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Book Review

Vincent Bosquez

[This review first appeared in

The San Antonio Express-News]


Mondo Lucha A Go-Go
By Dan Madigan

Book Review: 'Mondo Lucha A Go-Go' a fun look at the sport and its characters in Mexico

For as long as I can remember, I have always been a sports fan. But before I became a rabid aficionado of the Dallas Cowboys, the Houston Astros and the San Antonio Spurs, there was lucha libre —Mexican-style wrestling that for an 8-year-old boy like me provided more drama, bravado and excitement than I could ever hope for at that young age.

I remember asking my dad for what seemed like the thousandth time after another bloody victory by my hero, Mil Mascaras, if wrestling was real. My dad would smile at me and ask if I enjoyed the match. I would reply "yes" with all the enthusiasm a kid could muster, to which he would always respond, "Well then, that's all that really matters, isn't it?"

Now, 40 years later, I'm recalling those carefree memories of my youth thanks to the publication of "Mondo Lucha A Go-Go: The Bizarre & Honorable World of Wild Mexican Wrestling" by Dan Madigan. For those of you who haven't been introduced to lucha libre, which loosely translated means free-style fighting, it's wrestling with a dramatic flair and solid back stories for its masked luchadores (fighters), not to be confused with what Vince McMahon promotes on this side of the border with World Wrestling Entertainment (WWE).

The early chapters of the book take the reader from the humble beginnings of the sport to the phenomenon it became in Mexico in the early 1930s that exists even to this date. The story is told in an easy, conversational manner without scholarly references or wrestling gobbledygook. Subsequent chapters give short biographies and fight histories on some of the most famous masked fighters in Mexico that lucha libre has ever produced, such as El Santo (the Saint), El Demonio Azul (the Blue Demon), and Mil Mascaras (A Thousand Masks).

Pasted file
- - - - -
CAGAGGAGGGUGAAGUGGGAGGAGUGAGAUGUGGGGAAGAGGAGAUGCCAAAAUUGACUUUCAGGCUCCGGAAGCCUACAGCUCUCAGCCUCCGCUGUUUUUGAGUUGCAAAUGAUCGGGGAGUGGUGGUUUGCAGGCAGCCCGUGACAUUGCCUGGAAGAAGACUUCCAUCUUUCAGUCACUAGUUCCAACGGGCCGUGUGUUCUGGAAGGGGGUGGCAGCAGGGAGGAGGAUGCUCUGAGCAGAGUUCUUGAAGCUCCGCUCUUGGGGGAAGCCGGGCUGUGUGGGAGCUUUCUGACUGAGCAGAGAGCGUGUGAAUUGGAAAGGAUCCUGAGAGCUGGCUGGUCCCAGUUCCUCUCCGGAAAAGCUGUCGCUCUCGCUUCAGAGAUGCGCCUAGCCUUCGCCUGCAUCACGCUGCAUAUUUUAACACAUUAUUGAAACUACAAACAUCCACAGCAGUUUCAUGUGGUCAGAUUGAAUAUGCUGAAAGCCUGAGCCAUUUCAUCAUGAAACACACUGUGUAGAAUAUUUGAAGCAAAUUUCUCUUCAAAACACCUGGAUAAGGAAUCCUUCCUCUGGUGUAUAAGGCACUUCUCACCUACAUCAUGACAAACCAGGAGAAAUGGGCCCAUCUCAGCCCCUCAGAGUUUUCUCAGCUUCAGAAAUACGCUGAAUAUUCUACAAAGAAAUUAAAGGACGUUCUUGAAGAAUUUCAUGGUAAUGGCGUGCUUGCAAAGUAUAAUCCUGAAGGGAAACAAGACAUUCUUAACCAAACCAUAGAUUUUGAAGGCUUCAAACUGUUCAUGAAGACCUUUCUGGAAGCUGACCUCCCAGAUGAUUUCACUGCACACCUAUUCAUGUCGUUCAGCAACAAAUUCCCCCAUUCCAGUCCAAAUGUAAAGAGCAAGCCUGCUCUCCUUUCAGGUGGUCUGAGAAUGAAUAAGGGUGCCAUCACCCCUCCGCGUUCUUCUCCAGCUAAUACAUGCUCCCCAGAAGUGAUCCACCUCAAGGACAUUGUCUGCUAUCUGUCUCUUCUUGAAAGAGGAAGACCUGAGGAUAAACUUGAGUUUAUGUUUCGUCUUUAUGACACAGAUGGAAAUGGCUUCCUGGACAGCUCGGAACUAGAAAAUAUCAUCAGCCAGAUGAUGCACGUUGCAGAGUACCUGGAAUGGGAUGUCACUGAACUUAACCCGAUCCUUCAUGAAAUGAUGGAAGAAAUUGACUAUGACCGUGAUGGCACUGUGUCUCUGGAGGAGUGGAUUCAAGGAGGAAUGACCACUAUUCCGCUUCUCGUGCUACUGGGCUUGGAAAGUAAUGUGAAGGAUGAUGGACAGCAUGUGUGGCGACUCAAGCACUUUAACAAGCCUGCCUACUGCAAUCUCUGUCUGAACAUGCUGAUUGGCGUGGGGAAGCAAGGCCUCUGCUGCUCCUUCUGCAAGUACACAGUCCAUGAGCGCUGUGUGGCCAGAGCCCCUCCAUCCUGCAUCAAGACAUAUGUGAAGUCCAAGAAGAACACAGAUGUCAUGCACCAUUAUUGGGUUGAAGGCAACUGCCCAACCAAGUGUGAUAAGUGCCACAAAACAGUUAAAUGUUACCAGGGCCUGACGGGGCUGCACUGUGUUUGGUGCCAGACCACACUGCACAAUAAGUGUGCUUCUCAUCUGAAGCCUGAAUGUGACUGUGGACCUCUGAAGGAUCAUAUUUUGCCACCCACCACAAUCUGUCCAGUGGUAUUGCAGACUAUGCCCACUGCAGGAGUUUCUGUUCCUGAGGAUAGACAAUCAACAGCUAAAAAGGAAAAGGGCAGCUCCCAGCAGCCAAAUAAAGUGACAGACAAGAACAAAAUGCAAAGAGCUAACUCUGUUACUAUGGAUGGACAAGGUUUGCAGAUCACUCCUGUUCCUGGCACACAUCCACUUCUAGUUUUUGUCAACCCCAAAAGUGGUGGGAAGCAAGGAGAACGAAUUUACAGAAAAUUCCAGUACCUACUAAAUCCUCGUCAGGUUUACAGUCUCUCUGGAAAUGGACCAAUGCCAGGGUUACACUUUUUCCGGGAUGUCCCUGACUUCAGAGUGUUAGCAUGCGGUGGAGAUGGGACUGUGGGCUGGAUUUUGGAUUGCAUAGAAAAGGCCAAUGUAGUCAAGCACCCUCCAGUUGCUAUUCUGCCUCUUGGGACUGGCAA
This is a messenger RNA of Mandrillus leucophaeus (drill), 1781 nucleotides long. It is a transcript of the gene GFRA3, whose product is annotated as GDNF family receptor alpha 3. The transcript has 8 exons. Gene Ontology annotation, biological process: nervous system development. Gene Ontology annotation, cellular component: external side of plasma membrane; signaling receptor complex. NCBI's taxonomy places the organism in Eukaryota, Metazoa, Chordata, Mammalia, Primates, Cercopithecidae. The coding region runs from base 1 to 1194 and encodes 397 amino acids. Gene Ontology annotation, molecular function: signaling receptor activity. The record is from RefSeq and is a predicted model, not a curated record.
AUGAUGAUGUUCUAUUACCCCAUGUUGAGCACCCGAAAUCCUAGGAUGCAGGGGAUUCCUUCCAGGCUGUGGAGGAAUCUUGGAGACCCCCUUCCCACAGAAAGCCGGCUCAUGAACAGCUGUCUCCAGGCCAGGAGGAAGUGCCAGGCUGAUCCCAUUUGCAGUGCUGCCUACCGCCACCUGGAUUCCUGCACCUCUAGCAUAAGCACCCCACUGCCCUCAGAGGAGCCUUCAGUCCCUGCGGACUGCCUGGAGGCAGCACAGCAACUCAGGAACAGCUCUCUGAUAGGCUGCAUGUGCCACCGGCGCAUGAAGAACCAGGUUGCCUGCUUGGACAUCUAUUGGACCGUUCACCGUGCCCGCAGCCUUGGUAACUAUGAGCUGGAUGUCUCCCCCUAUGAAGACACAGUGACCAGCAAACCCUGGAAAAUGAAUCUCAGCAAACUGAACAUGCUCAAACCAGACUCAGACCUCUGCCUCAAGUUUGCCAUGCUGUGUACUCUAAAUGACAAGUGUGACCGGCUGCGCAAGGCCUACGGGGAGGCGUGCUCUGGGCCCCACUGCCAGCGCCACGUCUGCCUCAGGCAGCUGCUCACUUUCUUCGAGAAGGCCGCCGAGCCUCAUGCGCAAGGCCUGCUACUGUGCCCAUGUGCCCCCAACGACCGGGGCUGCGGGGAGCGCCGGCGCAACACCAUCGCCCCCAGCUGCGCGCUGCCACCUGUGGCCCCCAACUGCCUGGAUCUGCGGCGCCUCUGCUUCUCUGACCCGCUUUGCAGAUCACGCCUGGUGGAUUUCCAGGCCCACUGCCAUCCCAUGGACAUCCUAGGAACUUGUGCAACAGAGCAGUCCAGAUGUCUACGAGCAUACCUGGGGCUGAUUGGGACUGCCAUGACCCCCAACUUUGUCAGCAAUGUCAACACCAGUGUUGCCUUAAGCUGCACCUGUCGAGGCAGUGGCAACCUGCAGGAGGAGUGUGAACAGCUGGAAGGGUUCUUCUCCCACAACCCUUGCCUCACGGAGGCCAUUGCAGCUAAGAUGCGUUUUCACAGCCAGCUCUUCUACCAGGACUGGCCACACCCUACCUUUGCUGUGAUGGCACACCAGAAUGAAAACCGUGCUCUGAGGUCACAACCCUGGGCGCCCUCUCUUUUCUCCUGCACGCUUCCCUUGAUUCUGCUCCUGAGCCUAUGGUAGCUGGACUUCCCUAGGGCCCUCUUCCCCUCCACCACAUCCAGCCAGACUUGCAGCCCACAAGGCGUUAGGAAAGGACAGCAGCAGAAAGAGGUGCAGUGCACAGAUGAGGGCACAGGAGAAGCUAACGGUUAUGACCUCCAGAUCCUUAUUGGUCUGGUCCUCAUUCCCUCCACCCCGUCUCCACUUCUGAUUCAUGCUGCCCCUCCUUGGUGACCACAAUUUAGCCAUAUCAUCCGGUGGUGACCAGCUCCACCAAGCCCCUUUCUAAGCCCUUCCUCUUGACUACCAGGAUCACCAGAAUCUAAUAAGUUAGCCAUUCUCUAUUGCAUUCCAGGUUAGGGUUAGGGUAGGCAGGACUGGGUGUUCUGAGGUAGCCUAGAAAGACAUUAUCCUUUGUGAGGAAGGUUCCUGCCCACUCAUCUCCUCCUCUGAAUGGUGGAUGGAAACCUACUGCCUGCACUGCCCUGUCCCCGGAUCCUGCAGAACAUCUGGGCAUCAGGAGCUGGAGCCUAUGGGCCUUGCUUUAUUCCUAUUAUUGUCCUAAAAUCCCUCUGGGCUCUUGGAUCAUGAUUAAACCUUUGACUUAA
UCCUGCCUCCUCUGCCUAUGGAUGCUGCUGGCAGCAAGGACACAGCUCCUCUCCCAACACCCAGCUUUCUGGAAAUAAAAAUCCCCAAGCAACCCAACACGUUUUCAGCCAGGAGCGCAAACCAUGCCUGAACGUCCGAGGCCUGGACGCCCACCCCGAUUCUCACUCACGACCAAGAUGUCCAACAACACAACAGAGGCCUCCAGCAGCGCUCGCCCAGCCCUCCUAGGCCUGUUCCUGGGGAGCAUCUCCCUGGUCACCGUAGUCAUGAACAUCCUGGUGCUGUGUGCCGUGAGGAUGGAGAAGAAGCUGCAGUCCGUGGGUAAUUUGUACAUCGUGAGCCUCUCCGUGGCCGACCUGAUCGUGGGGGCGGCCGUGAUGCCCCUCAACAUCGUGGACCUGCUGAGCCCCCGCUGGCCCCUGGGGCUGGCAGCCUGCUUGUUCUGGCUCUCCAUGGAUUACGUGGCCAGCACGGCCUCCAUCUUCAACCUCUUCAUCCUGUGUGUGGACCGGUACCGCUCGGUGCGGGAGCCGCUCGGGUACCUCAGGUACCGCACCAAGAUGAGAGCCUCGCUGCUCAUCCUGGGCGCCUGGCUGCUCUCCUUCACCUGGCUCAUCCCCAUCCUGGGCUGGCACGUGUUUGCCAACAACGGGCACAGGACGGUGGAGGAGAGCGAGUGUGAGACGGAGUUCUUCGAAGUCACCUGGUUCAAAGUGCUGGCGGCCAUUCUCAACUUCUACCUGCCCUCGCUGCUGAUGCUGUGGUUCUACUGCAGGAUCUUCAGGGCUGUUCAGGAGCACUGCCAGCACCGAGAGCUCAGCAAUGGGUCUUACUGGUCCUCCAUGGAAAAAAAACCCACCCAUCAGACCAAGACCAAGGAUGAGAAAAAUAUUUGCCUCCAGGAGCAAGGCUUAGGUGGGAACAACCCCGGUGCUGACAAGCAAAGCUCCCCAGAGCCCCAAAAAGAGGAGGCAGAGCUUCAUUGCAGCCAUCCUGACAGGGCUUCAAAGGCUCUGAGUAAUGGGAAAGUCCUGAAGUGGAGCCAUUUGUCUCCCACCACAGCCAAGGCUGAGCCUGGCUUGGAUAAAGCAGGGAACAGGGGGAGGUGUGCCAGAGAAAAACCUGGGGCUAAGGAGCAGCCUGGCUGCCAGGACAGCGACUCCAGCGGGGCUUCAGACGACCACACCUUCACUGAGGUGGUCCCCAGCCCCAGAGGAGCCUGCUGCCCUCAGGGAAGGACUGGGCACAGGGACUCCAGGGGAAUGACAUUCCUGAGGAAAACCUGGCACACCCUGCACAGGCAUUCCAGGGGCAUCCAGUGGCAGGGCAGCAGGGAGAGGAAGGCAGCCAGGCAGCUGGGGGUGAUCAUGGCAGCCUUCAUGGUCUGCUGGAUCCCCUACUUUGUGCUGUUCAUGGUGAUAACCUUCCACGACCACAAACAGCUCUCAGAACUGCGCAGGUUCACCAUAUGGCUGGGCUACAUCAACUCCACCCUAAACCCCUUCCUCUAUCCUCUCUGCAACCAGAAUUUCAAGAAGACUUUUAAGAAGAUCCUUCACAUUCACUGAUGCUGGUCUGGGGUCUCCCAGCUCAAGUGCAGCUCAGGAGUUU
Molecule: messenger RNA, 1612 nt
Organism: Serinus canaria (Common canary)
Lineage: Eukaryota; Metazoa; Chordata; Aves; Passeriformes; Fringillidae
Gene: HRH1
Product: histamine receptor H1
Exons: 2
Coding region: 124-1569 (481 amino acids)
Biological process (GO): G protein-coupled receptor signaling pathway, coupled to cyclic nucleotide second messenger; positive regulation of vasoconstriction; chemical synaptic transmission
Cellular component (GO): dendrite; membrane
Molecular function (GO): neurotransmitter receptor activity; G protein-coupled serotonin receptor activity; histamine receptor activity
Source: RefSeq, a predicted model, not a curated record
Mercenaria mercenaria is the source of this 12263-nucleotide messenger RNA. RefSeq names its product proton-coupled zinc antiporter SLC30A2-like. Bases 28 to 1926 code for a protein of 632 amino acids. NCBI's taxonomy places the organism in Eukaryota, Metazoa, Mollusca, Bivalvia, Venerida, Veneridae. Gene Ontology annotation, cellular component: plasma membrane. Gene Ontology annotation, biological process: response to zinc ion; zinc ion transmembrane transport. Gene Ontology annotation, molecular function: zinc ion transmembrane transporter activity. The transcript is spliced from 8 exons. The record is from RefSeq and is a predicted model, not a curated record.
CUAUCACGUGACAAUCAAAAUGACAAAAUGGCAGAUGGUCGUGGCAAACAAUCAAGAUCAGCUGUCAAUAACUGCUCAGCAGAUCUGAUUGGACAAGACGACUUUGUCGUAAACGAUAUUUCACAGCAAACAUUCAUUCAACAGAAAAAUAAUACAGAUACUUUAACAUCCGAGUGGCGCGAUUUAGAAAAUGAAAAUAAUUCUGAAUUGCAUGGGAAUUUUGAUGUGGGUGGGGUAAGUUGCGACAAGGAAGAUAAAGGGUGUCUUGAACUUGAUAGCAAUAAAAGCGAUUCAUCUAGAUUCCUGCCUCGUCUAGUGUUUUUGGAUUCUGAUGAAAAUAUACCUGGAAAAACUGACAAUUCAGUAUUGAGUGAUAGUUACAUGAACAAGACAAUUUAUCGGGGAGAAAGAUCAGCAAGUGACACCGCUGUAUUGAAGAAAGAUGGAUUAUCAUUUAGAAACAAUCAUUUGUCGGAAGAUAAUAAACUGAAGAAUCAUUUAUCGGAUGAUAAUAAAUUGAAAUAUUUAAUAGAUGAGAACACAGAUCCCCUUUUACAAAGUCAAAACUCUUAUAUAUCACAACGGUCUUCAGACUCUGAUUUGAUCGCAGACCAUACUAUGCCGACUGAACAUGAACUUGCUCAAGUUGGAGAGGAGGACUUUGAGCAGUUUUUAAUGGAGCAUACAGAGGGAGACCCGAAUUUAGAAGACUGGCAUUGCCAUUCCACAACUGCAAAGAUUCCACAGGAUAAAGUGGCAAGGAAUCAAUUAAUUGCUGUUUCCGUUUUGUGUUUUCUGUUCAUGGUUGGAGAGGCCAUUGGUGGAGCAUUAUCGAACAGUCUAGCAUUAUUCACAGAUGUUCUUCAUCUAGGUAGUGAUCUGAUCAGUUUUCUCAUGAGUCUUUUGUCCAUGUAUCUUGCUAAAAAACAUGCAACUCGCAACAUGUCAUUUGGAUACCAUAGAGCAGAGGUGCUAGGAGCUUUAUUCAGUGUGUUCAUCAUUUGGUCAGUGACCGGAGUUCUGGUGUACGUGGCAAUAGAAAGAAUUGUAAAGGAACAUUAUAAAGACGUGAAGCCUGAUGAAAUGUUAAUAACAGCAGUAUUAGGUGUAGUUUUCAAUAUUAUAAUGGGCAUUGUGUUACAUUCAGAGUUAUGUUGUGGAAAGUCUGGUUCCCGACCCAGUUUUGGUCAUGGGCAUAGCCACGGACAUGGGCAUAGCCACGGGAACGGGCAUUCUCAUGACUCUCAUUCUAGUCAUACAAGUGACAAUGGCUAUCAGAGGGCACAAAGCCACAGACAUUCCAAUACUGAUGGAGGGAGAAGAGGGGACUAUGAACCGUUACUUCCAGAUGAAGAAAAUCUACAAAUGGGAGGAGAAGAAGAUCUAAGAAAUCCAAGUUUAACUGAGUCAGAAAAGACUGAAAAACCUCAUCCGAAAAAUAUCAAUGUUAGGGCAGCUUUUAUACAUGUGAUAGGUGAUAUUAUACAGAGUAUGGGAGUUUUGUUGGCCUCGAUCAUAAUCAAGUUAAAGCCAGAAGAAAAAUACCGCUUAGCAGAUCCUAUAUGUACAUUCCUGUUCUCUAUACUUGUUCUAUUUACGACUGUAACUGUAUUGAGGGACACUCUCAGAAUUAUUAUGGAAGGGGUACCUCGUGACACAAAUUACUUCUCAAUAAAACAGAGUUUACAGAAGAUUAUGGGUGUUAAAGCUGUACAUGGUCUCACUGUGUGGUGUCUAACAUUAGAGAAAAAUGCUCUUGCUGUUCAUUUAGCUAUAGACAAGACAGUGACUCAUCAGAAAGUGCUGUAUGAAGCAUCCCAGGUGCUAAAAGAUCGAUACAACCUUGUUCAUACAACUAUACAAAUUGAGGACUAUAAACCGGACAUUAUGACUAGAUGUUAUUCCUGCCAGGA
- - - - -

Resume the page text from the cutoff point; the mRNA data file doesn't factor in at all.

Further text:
While lucha libre became popular because of its high-flying acrobatic leaps, fierce wrestling holds and a clear distinction between wrestlers fighting for good or evil, it's the back stories that every luchador brings into the ring that give fans a greater sense of "knowing" their wrestler and rooting for his cause. Take, for instance, Madigan's view on the early beginnings of Mil Mascaras:

"The creation myth resembles that of Spiderman or Captain America. The hero is created out of tragic happenstance and scientific meddling. The story unfolds in a European war-ravaged wasteland — the body of a dead woman is found, and in her arms she is still clutching her baby, who is miraculously alive. He is taken in by a group of scientists using him as a secret test subject in an experiment to create a superhuman agent to some day pit against aggressive foreign powers."

Madigan generously sprinkles his book with colorful pictures of luchadores and their masks, along with posters, photos, wrestling cards, handbills and other mementos that make the flamboyant and exciting world of Mexican wrestling come alive. The graphics transcend any cultural or language barriers, and produce a "wow" factor that would delight any sports fan.

"Mondo Lucha A Go-Go" is a book that is well worth its price in photos alone and one that followers of lucha libre will want for their collection. Madigan attempts to answer the age-old question on whether the sport is real or fake, but for me, my late dad's response still holds true today and it applies to this book as well: I enjoyed it, and that's all that really matters.


Vincent Bosquez retired with the rank of captain from the U.S. Marine Corps after 23 years of service and is president of the Society of Latino and Hispanic Writers of San Antonio.